We went to see the new Sheffield residents, Fat White Family, road test their evolution as they escape the grip of London-bound addiction with an hour-long performance at The Lexington to kick off their 2019.

In their recent press release revealing upcoming album Serf’s Up, Domino Records announced that Fat White Family had undertaken a ‘slick transformation’ of sorts; relocating from London’s hubbub to the glamourous smokestack that is Sheffield, the band moved with the goal of kicking their unsavoury habits. With new environs comes new inspiration, especially if your previous fountain of inspiration was the toil of addiction.

Ratcheting up anticipation with an achingly drawn-out soundcheck, Fat Whites returned, clutching a bottle of tequila, at least suggesting they hadn’t quite managed to eradicate every vice of theirs. Heralded as the last of a dying breed of rock ‘n’ roll band, one who openly flaunts their excesses, morbid fascinations, and penchant for shock value, their personal issues are brazenly entangled into the band’s authentic narrative. So much so, that it could be attested to their immense popularity equally as much as their tunes.

“With new environs comes new inspiration, especially if your previous fountain of inspiration was the toil of addiction.”

Kicking off with ‘Whitest Boy on the Beach’ and ‘I Am Mark E Smith’, frontman Lias Saoudi almost immediately removed his shirt, vibing off the crowd’s boisterous response to their faves. His trousers remained above his crotch, however. Maybe they had been sanitised?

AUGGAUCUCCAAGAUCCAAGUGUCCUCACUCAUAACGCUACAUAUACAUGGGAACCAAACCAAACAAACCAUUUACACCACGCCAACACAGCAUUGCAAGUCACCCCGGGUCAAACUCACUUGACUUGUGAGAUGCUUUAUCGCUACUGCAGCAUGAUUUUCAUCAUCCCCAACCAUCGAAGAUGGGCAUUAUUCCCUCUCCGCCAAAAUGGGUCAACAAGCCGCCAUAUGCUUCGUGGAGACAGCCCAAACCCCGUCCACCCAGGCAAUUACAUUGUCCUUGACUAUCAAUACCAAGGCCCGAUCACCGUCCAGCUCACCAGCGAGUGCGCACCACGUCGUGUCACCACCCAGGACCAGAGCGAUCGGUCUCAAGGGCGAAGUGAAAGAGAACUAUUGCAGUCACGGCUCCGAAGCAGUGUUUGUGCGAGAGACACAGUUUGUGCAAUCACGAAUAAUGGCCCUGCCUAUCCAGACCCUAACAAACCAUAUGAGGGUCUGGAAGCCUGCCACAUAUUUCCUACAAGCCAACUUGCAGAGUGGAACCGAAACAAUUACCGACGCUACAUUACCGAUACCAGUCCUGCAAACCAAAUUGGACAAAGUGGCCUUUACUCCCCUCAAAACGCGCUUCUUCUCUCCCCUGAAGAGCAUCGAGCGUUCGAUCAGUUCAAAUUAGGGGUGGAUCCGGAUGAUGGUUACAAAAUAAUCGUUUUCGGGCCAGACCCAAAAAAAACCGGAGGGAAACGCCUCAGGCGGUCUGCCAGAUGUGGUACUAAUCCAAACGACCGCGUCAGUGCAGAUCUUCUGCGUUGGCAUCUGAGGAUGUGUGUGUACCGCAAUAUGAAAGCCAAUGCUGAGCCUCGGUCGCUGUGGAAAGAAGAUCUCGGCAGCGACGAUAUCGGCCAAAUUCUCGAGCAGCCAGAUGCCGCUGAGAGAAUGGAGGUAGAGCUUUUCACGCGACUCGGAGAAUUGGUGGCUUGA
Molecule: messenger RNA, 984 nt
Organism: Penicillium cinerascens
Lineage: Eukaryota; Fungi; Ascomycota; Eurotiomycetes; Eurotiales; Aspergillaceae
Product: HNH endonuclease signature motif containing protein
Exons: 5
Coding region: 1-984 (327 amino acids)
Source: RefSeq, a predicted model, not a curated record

New single ‘Feet’ segued nicely into new material; far removed from their trademark sloppy bravado, it’s dingy-disco aesthetic is reminiscent of Iggy Pop’s Bowie-produced album ‘The Idiot’. Written throughout echoed experiences of migrating to kick a dangerous habit, the chorus directly nods to the carpet of addiction being pulled from beneath them at any given time; “Feet, don’t fail me now.” What they once glorified, they now approached tentatively.

From then on, the intimate crowd (with the exception of the few die-hards front-and-centre) seemed fairly bewildered due to some tracks’ perceived ‘seriousness’. Tickets sold-out in a few minutes and though Fat Whites’ new, less drug-addled guise was made clear beforehand, the new material just didn’t quite click. The sweatiest of moshes were saved for ye olde reliables like ‘Cream Of The Young’ and ‘Is It Raining In Your Mouth?’ but all in all it was pretty restrained, and not quite the rambunctious, triumphant return we envisaged.

“As they slither from a south-London squat to the backstreet dance floors, let’s hope they find their feet.”

Other projects (The Moonlandingz, Insecure Men) and substance-based cessations had occupied their attentions since 2016’s Songs For Our Mothers, so two intimate gigs for die-hards at The Lexington was prime opportunity for core members Saoudi, Saul Adamczewski, and Adam J Harmer to wade into uncharted territory together. By no means dreary or tedious, the hour-long set was merely evidence that the band were having teething problems merging the new identity with what was expected of them.

Breakthrough track ‘Touch The Leather’ bookended their performance and still remains their most prized anthem, but it’s Fat Whites’ past personas that proved to be the proverbial albatross around the neck for a band in search of new pastures. As they slither from a south-London squat to the backstreet dance floors, let’s hope they find their feet.